“All that is gold does not glitter,
Not all those who wander are lost.”
― J.R.R. Tolkien, The Fellowship of the Ring

When we plan a trip, we usually reach for the indispensable travel books: the Fodor's, the Frommer's or the Eyewitness travel guides. I want to write about an entirely different kind of travel book: travel books that have no practical use to a traveler! These travel books are a genre unto themselves - travel literature, as opposed to travel guides. While there may be lots of information in these travel narratives, they do not recommend reasonably priced hotels with excellent service, first-rate restaurants with fine cuisine or notable must-see places. Neither do these travel books offer an iota of useful advice on what to pack or the amount of currency you should carry. The books mentioned here are travel narratives with vividly atmospheric prose, subjective and emotional, and every bit as satisfying as if you were experiencing it all first-hand: the sounds, the smells, the tastes and the texture. In short, these wonderful travel narratives offer us a little bit of everything about the place - the mundane and the profound - that has grabbed the interest of the peripatetic writer.  When reading these travel narratives, not only do you travel vicariously, but it is as if you are traveling with an interesting companion.  As you read these books, get ready to be transported to foreign lands, bump into diverse and eccentric groups of people, and encounter unfamiliar rituals and different foods. I can assure you that you will enjoy the journey!

Paul Theroux is renowned for his travel writing. One of my all-time favorites, TheGreat Railway Bazaar, is an entertaining and exciting travelogue that is classic travel literature. If you are an aficionado of train travel, you will savor this book. The Orient Express, the Trans-Siberian Express, the Frontier Mail, and the Mandalay Express are some of the famous trains that Theroux uses as transportation in his journey through Europe, Asia and the Middle East. Ever since he was a child, Theroux was enthralled by trains and "...seldom heard a train go by and not wished I was on it." An astute observer, with a wry sense of humor, Theroux has an impressive way of describing the ever changing landscape, the different cultures, and the people, all of which makes this book a tremendously enjoyable read. As we travel along with Theroux, we understand, when at the conclusion of his journey, he writes " ...the difference between travel writing and fiction is between recording what the eye sees and discovering what the imagination knew."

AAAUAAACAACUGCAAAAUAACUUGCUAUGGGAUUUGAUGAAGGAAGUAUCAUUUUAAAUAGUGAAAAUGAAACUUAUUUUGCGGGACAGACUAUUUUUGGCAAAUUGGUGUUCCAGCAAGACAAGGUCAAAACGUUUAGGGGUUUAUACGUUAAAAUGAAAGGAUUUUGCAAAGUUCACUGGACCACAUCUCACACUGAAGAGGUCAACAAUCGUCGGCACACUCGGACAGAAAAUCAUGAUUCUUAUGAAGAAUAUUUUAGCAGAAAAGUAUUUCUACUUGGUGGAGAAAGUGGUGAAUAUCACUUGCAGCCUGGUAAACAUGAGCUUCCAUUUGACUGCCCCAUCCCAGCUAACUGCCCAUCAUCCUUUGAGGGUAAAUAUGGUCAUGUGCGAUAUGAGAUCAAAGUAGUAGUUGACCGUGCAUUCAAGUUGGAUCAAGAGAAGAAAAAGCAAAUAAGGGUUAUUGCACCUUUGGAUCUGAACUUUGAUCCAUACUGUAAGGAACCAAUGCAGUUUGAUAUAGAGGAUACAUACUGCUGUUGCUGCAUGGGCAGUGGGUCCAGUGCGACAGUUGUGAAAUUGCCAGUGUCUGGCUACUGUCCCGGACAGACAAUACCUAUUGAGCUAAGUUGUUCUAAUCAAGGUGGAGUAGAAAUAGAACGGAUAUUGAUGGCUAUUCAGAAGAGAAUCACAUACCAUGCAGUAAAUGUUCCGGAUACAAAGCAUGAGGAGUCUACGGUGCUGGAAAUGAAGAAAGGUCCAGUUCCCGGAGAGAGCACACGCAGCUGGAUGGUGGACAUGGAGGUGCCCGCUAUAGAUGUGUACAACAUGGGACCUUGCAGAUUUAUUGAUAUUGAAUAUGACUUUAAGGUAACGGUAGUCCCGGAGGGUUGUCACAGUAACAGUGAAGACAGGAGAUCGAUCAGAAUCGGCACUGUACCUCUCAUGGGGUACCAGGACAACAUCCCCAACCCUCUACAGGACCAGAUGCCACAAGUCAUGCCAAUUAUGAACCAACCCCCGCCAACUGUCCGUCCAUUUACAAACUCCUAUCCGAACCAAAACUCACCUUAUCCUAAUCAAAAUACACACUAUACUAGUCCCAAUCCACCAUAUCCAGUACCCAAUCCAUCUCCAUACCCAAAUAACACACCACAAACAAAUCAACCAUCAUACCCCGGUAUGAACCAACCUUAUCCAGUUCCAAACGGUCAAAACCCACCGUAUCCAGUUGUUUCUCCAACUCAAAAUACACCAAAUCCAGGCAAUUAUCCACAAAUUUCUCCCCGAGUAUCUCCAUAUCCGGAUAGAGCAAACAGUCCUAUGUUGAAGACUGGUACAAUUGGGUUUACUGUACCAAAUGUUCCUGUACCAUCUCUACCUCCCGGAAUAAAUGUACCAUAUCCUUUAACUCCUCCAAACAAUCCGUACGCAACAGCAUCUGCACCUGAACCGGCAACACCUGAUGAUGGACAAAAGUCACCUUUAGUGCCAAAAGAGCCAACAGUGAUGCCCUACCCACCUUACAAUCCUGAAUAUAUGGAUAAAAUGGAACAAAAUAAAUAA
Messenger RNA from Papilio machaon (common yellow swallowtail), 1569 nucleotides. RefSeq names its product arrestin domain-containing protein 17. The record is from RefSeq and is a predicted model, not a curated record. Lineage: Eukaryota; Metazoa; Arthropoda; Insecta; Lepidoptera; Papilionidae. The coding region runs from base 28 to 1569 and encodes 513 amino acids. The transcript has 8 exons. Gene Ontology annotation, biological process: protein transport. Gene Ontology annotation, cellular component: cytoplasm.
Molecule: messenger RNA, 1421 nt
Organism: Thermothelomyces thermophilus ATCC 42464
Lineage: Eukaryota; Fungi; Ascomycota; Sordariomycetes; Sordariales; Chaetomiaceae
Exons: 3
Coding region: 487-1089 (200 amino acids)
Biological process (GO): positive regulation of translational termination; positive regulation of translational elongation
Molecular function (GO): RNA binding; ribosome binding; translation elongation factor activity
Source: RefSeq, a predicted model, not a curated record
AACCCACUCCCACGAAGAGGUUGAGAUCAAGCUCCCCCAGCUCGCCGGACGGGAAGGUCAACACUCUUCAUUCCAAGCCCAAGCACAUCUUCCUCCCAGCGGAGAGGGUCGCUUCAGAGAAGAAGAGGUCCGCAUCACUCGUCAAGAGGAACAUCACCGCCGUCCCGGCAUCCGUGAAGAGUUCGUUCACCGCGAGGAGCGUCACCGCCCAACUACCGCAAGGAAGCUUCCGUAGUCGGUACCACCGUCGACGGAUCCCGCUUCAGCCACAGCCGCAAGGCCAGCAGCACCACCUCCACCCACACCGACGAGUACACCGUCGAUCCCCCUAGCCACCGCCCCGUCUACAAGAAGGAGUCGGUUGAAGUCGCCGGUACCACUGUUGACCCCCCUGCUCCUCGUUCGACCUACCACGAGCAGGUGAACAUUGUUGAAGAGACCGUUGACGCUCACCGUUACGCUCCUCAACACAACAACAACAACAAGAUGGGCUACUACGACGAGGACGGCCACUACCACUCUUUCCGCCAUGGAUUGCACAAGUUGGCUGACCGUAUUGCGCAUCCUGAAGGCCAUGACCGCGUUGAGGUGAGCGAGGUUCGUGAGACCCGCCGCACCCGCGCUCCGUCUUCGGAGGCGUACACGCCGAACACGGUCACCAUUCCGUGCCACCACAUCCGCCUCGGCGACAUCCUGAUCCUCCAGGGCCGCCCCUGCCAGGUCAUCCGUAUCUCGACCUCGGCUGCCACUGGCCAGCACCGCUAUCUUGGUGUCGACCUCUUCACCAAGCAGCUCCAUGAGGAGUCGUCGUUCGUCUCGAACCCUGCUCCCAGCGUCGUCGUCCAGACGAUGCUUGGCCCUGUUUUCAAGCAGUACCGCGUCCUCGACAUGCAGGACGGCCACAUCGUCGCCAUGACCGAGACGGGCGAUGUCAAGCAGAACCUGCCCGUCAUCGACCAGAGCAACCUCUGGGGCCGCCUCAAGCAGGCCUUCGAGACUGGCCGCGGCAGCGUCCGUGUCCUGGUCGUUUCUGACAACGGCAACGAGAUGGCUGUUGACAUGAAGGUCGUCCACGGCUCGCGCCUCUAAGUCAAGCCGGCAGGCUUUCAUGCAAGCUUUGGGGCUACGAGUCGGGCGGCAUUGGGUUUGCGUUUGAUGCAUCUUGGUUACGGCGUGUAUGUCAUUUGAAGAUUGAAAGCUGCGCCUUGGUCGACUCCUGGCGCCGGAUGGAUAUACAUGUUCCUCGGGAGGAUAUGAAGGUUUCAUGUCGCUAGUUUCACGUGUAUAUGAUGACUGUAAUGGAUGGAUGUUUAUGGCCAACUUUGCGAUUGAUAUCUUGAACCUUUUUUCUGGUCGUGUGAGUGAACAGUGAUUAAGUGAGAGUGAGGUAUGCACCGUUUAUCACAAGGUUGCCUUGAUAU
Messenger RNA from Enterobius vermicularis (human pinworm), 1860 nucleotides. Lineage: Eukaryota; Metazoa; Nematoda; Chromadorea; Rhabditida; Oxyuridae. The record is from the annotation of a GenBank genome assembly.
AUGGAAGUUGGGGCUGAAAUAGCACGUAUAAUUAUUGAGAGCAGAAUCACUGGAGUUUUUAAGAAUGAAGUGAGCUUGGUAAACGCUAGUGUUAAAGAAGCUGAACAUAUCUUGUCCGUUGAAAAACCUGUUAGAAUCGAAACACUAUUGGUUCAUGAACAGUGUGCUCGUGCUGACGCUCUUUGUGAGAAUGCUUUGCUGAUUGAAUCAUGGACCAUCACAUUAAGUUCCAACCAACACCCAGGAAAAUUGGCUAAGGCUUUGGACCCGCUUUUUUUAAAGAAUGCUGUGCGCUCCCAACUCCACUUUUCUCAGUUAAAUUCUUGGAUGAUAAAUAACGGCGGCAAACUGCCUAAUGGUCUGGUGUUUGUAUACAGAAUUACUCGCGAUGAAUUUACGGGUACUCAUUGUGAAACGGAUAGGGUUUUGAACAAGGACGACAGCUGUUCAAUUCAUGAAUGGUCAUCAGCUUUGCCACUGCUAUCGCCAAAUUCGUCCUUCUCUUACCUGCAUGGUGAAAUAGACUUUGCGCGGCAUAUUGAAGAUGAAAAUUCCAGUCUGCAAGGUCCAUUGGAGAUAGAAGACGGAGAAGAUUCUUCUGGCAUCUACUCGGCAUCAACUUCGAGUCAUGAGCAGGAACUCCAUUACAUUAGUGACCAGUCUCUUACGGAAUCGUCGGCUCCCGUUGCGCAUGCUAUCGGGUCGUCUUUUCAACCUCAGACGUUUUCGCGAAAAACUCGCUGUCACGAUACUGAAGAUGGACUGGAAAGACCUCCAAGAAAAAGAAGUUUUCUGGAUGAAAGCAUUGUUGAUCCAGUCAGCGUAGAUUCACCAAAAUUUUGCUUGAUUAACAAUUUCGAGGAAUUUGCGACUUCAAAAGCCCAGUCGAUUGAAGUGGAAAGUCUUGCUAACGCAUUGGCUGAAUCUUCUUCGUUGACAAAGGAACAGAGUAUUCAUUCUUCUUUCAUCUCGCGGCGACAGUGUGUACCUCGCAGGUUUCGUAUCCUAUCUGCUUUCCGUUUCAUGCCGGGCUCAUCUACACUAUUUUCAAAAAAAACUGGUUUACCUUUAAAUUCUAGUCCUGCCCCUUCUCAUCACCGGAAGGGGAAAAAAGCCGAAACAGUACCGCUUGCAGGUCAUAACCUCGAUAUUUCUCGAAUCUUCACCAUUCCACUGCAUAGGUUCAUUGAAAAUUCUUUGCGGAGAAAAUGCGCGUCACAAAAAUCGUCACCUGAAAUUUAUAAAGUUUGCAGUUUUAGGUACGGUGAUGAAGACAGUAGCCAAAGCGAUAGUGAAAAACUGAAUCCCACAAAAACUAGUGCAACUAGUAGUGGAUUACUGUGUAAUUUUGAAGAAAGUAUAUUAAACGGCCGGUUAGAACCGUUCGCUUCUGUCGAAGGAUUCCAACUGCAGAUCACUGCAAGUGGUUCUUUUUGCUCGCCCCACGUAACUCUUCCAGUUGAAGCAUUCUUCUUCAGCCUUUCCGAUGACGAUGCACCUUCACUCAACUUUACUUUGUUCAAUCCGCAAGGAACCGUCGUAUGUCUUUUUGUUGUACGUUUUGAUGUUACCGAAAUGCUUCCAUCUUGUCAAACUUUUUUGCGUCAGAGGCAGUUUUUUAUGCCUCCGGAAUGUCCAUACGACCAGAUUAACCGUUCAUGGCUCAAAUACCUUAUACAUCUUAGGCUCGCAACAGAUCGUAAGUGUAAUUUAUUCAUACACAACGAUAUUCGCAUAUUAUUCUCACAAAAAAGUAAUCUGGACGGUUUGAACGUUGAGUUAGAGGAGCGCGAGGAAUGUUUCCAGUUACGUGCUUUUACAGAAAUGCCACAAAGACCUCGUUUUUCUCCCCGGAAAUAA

Theroux had made his train journey through Europe, Asia and the Middle East in 1973-74 and The Great Railway Bazaar was published in 1975. Thirty years later Theroux recreates this same journey in GhostTrain to the Eastern Star: On the Tracks of the Great Railway Bazaar. Of course, the train routes have changed, the landscapes are different, as is the political climate of the places he had visited in the past. For me sequels rarely possess the magical flavor of the original, but this book has a lot to offer: full of vivid observations and eloquent writing, this is a recommended read for all armchair travelers.

Like Theroux retracing his steps, Bill Bryson, who had backpacked through Europe in his youth, decided to return to Europe twenty years later. The product of his travel is the hilarious book: Neither Here Nor There: Travels in Europe.  With a keen eye and his typical tongue-in-cheek style, Bryson gives us not only the flavor of the places and the people of each country, but he also juxtaposes this trip with his previous trip as a twenty year old when his interests were - as you would expect- very different!